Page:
Sitting back for a chinwag, over a macadamia chai latte, post The Naturally Good Expo, it is heartening to see how the natural beauty and wellness indie brands’ feather-like tickle is affecting the retail beauty landscape. Retailers were out in force at the expo because their customers are asking for brands with a myriad of ethical components. It might be natural, organic, specific ingredients or general, sustainability and with-purpose, as a growth industry new concerns and interests come up all the time. The other heartening element of the ‘tickle’ we refer to is how it’s shaping the development of the big boys who dominate the shop floors: L’Oréal, Lauder, Coty, LVHM…in our editorial department we weekly receive press releases on new ‘green and/or clean’ initiatives by these conglomerates that are evolving our retail beauty offer to being more wholly-consciously put together, from formulas to packaging and even distribution/transportation. This all adds up to a beauty world that is more consciously created than in the previous few decades.
The burgeoning kitchen-sink companies with beautiful brands have worked tirelessly to grow from just being one dimensionally ‘natural’ to ‘natural WITH results’ and that’s what’s driving growth. And it’s across the whole gamut of beauty. What we saw at The Naturally Good Expo could totally transform our bathroom. From handcrafted soaps from the Mornington Peninsular – The White Pigeon Said, to Tints of Nature natural hair colour, Amacyn natural perfume with Proudly Australian Made certification to “ultimate natural skincare” from New Zealand’s 3 Bee. Using “scratching the surface” to describe that last sentence is inadequate. It’s the teeny tip of the iceberg of what we discovered in this hot bed. But one element that resounded loud and clear is…every one had a strength and intrigue of the founder’s back story. Which all the big boys in the industry also have but with time has slipped from the outward presentation of the brand. We hold Mrs Estee Lauder’s work dear to our heart as we do Francois Coty and Coco Chanel, but today’s cohort has a place in the beauty landscape whose importance lies in its greater good proposition.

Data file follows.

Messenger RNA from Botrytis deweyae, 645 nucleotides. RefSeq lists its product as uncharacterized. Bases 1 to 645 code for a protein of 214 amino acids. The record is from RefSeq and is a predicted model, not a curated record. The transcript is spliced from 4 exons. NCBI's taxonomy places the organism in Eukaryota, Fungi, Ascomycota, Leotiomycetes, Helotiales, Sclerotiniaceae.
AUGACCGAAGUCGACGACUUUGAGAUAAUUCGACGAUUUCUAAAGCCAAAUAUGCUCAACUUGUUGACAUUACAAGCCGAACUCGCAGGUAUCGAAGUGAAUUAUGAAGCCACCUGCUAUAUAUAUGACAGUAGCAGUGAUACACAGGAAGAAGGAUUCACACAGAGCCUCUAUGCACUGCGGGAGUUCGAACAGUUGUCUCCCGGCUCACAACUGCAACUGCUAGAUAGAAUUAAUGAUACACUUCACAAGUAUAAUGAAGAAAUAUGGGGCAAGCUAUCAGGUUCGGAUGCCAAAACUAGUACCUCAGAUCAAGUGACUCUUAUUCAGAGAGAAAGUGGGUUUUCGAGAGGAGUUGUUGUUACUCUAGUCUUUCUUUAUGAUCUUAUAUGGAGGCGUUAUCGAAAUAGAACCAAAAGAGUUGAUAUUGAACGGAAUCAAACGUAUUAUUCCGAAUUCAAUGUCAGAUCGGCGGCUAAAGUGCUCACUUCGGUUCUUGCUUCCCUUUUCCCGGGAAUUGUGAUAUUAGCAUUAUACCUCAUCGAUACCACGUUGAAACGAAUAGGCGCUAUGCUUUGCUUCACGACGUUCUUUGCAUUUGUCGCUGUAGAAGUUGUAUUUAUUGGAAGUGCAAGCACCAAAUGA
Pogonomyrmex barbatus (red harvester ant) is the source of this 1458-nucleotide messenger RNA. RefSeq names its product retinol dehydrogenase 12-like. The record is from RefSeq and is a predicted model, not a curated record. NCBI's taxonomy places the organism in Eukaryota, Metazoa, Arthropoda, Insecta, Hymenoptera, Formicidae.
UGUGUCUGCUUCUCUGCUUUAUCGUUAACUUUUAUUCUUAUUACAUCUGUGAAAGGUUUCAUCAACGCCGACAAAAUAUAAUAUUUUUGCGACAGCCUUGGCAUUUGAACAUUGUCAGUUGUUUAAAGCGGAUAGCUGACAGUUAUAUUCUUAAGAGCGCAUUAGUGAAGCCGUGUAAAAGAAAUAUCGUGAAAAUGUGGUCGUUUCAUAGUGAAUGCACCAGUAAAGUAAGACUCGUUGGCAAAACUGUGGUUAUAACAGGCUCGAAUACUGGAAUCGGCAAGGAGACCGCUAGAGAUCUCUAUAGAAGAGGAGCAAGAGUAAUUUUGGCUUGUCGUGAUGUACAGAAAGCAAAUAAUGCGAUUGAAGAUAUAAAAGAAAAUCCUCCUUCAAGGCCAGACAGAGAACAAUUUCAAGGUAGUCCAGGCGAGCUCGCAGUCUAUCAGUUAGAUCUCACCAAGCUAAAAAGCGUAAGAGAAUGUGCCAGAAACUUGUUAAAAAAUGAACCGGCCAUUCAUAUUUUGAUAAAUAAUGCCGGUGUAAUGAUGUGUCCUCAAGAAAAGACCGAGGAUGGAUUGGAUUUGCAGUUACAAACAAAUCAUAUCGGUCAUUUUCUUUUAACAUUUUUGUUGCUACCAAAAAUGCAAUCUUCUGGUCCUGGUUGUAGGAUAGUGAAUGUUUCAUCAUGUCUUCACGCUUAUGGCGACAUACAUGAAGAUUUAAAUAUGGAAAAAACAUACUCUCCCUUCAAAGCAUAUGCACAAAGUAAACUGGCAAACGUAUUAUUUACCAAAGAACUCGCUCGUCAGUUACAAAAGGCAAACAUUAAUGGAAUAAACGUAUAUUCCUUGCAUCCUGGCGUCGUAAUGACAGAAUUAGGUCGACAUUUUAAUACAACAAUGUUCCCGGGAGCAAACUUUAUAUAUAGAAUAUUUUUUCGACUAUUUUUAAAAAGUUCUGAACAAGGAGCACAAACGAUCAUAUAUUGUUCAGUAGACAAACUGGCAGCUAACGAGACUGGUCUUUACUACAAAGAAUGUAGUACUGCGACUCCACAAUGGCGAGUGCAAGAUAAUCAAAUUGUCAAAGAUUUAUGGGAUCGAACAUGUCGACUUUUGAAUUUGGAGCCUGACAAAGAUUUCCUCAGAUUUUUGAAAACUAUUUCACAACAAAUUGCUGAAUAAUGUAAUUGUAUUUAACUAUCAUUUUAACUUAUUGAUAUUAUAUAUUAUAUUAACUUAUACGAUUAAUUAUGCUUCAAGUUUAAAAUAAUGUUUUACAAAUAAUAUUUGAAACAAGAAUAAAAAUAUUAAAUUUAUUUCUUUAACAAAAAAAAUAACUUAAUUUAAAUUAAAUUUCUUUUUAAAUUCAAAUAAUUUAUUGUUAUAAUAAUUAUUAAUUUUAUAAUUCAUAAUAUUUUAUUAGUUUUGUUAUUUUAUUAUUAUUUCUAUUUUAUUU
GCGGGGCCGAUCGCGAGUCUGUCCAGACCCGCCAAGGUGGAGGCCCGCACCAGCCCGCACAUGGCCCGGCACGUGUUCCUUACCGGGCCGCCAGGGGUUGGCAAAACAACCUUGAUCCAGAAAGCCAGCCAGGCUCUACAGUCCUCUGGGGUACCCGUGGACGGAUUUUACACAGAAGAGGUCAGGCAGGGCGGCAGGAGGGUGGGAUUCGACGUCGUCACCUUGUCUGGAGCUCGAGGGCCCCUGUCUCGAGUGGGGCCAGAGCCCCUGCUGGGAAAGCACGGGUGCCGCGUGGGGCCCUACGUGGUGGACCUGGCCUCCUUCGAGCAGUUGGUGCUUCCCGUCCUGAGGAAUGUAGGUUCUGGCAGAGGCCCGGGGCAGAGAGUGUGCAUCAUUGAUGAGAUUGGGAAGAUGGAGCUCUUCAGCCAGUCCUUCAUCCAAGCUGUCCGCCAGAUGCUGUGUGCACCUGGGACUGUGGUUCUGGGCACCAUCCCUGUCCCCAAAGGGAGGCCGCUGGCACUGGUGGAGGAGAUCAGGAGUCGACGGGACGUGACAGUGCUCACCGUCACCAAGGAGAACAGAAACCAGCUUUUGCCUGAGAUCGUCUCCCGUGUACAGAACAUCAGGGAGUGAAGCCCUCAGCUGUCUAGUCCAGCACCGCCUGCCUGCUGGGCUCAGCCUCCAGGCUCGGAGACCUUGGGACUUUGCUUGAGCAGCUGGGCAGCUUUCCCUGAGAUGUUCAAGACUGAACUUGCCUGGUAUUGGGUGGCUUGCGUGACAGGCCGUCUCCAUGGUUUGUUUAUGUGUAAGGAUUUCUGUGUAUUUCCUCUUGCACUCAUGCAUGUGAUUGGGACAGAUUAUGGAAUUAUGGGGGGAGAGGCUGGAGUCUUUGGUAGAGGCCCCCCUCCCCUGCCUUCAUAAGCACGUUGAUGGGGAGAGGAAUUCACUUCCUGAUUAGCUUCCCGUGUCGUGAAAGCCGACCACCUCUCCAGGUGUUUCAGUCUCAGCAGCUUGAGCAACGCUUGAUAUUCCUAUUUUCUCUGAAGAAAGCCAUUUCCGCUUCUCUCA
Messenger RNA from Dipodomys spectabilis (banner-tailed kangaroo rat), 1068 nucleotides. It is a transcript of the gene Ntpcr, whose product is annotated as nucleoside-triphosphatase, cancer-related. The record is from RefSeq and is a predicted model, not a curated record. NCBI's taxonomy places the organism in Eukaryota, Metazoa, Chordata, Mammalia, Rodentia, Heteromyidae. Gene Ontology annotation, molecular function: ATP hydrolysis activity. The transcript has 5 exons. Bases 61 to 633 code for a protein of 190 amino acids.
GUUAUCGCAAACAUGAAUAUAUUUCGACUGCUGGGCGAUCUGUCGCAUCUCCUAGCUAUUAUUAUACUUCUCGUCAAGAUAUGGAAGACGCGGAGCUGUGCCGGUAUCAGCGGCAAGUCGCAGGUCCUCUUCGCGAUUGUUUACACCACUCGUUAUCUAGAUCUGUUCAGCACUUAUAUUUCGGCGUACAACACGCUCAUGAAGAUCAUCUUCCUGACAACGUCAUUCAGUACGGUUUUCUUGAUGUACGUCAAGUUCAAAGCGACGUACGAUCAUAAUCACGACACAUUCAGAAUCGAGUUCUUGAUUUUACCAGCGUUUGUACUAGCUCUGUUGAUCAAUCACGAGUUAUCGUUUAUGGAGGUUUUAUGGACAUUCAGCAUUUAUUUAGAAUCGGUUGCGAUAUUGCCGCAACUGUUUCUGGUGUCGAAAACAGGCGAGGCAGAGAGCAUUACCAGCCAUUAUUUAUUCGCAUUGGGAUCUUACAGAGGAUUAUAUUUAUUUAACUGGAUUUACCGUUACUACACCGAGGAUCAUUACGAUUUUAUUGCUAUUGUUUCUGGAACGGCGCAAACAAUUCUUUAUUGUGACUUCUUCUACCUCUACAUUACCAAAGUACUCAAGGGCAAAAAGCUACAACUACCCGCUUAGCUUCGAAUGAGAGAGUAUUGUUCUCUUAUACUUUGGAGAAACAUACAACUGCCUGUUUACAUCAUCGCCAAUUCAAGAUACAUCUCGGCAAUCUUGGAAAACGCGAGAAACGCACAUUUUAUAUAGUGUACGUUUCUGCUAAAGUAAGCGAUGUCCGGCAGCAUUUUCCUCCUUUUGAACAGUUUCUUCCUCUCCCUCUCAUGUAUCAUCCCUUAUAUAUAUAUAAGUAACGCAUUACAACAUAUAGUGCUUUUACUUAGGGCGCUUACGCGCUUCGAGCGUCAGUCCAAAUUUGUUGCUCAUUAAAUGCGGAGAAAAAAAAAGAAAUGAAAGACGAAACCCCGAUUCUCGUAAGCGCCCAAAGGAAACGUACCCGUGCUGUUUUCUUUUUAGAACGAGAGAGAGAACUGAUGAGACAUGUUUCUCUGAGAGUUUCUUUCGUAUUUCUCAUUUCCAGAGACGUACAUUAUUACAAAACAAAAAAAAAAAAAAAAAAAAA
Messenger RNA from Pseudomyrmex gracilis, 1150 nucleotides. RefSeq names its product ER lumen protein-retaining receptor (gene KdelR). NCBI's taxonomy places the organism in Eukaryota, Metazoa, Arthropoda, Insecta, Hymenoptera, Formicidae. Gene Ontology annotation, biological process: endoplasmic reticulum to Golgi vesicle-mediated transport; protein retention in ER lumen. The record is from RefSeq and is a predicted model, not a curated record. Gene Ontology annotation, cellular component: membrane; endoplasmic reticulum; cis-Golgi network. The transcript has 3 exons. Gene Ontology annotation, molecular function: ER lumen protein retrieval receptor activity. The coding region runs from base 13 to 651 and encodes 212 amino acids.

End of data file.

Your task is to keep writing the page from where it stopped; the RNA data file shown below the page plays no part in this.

The Speaker program delighted the audiences who packed the auditoriums. Commentator, Julie Mathers of Flora and Fauna, who was part of the panel in the discussion – What some of Australia’s Best Independent Retailers Do Differently, talked about this importance of a brand having a strong back story. “It’s so important for retailers to convey their passion for an industry such as beauty because it’s a very personal purchase,” she said. “People will gravitate to a product more if there is intent behind it that they can connect with.”
Post Events Stats
Thousands of people including retailers, suppliers and media attended the two-day trade show over June 2-3 which attracted more than 360 exhibitors from across the nation and around the world.
In particular, the beauty and living zone saw the number of exhibitors grow this year by 10 per cent in comparison to the previous year. Key beauty exhibitors and interesting products included Weleda with their salt toothpaste, Clover Field’s shampoo bars, and moisturisers made of camel milk at The Camel Milk Co.
Clement Hery from analytics group IRI Australia pointed out in his Expo talk on Health Trends Driving Growth in Australian FMCG that Australians make beautycare a priority with each of us now spending around 45 minutes a day on grooming – which is more time spent per day on food preparation (40 minutes) or exercise (20 minutes).
On the floor, retail beauty industry magazine – your very own esprit Magazine Australia – hosted a popular VIP beauty networking event featuring Lük Beautifood’s Cindy Lüken, whose innovative range includes lipsticks made from fruit. Cindy delivered powerful insights and highlighted recent research from IBE Group which found that 75 per cent of all women aged 18-34 say buying all-natural skincare products is important.
Additionally, one in three women don’t want beauty products with sulfates which can cause skin irritations. The Conscious Consumer was a topic of conversation among the retailer guests who are seeing footfall and spend voting for authentic natural beauty…“with results” they add.
Visitors were thrilled with the high quality content in the jam-packed speaker program. Apart from invaluable topics such as 7 Powerful Ways to Increase Retail Profits, How to Rank Number 1 on Google and Making Sense of New Retail, there were highly informative speaker sessions especially tailored to the beauty industry.
The threat to independent retailers by Amazon, eco-friendly packaging and the need to educate kids about natural beauty versus surgical enhancement was one hot topic in the session Indie Beauty Trends Impacting Australian Retail. Meanwhile Catherine Cervasio of Aluxe and founder of Aromababy Natural Skincare, covered intellectual property, flexibility in a changing retail landscape and brand reinvention.
The expo will return to Sydney next year on Monday 1st to Tuesday 2nd June 2020.